• A study of 41,641 college students shows that perfectionism is increasing year after year.
  • Along with perfectionist tendencies, researchers noted a symmetrical rise in anxiety, depression, and suicide.
  • The study looks not at parental influence, but at neoliberal policies that have fostered a cult of individualism.

Should we really be surprised by a study entitled, “Perfectionism Is Increasing Over Time?” Though written in 2017, this research from Thomas Curran and Andrew P. Hill was recently republished by the American Psychological Association. Though previous surveys have mentioned “authenticity” as a defining feature of the target age group—millennials—it’s hard to imagine an absence of mimicry given our social media environment.

This research is unique in approach. The team opens with a discussion of neoliberal governance being responsible for creating the conditions for rampant individualism to spread. An unchecked free market is placing undue stress on younger generations, forcing them to battle for screen space on a regular basis. Sleep becomes impossible when the entire planet is your schoolyard.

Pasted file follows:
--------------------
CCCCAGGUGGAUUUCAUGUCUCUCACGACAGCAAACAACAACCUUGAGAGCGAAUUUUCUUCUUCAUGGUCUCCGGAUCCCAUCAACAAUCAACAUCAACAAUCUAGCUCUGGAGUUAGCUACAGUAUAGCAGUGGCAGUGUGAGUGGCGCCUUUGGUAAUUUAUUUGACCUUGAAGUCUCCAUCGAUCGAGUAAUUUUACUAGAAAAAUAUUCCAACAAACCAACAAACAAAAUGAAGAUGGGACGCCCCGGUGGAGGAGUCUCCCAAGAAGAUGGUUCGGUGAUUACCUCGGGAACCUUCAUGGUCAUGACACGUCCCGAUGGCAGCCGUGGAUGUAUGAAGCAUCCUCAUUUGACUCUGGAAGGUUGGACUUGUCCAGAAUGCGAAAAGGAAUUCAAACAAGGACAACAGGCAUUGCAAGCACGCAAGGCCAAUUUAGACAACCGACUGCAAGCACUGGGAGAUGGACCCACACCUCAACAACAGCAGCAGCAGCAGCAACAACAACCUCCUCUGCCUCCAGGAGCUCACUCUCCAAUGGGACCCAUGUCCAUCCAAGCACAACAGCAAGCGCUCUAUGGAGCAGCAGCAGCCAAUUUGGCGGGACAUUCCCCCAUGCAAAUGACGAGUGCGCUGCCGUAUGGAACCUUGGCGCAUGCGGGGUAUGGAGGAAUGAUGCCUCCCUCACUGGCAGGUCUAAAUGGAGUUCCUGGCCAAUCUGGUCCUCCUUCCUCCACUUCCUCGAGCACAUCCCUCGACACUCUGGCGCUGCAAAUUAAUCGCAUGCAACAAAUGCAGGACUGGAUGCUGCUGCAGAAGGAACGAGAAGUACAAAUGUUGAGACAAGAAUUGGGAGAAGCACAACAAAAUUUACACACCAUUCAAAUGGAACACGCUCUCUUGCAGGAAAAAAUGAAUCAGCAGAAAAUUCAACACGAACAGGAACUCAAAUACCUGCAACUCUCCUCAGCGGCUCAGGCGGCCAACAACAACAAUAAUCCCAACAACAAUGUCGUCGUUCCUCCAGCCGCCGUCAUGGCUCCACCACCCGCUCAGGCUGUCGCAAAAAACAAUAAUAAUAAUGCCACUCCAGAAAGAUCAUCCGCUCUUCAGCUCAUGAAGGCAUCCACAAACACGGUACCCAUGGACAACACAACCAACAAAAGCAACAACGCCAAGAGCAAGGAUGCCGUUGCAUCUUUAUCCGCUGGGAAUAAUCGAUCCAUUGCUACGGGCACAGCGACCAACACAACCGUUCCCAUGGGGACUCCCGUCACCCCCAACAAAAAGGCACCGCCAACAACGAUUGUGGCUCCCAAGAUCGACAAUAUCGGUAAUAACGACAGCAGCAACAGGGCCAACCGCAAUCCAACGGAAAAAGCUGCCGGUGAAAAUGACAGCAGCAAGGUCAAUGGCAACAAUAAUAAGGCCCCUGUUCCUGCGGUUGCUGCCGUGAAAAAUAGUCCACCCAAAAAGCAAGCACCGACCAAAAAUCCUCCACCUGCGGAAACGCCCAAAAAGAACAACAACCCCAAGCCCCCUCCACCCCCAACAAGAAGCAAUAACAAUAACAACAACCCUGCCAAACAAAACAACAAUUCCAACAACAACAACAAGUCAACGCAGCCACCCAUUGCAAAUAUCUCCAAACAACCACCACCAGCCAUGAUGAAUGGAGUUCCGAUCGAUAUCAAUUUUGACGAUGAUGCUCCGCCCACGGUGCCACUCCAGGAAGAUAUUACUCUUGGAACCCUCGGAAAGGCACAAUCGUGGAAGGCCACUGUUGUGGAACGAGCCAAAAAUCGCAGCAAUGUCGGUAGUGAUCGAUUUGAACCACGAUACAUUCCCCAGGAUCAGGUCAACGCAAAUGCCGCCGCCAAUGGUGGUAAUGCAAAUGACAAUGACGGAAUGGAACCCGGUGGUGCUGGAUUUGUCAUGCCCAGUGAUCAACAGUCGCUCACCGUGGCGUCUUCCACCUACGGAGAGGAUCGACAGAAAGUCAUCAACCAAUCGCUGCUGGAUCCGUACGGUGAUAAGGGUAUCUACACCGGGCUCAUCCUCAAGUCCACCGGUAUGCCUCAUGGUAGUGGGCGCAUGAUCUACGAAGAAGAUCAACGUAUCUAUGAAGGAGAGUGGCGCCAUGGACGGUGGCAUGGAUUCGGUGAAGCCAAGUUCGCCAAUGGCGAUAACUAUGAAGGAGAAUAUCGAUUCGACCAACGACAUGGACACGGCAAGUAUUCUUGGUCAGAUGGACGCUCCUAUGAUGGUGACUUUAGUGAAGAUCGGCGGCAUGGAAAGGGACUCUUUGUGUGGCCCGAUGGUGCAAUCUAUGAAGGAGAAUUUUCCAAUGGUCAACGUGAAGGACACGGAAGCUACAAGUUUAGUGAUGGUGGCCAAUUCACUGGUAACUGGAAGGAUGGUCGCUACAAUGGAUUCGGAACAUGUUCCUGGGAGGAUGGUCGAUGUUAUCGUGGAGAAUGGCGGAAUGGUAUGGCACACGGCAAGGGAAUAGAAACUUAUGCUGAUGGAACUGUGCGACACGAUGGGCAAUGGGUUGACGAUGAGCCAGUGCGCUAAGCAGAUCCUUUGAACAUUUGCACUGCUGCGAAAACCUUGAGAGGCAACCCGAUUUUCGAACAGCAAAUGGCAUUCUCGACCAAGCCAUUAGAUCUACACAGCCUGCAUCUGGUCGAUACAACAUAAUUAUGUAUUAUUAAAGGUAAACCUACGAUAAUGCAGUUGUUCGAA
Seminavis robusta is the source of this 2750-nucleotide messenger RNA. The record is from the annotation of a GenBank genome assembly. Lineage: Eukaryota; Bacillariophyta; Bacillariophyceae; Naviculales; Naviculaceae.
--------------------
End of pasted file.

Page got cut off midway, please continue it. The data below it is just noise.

While the correlates and consequences of perfectionism are well-documented, the authors believe less research exists on the cultural conditions that fertilize it. Most research deals with parental and immediate environmental influences, not the governing economic and cultural forces. They consider perfectionism “a cultural phenomenon,” and treat it as such.

“In its broadest sense, then, perfectionism can be understood to develop through the messages that young people internalize from their immediate social environments, the resulting view of themselves, especially how they construe self-worth and how it is established, and their sense of self in relation to others.”

While this line of thought might be new to studies on perfectionism, differences between communal and individualist societies are understood. Better or worse is not the point of this work. Pressures associated with first thinking of yourself instead of your group have grave consequences on your mental health. Rates of anxiety, depression, and suicide are all increasing in this younger cohort.

The Problem With Perfectionism

The authors define perfectionism as “excessively high personal standards and overly critical self-evaluations.” They employ a cross-temporal meta-analysis of American, Canadian, and British college students’ replies to the Multidimensional Perfectionism Scale. Totaling 41,641 students between 1989 and 2016, three types of perfectionism were considered: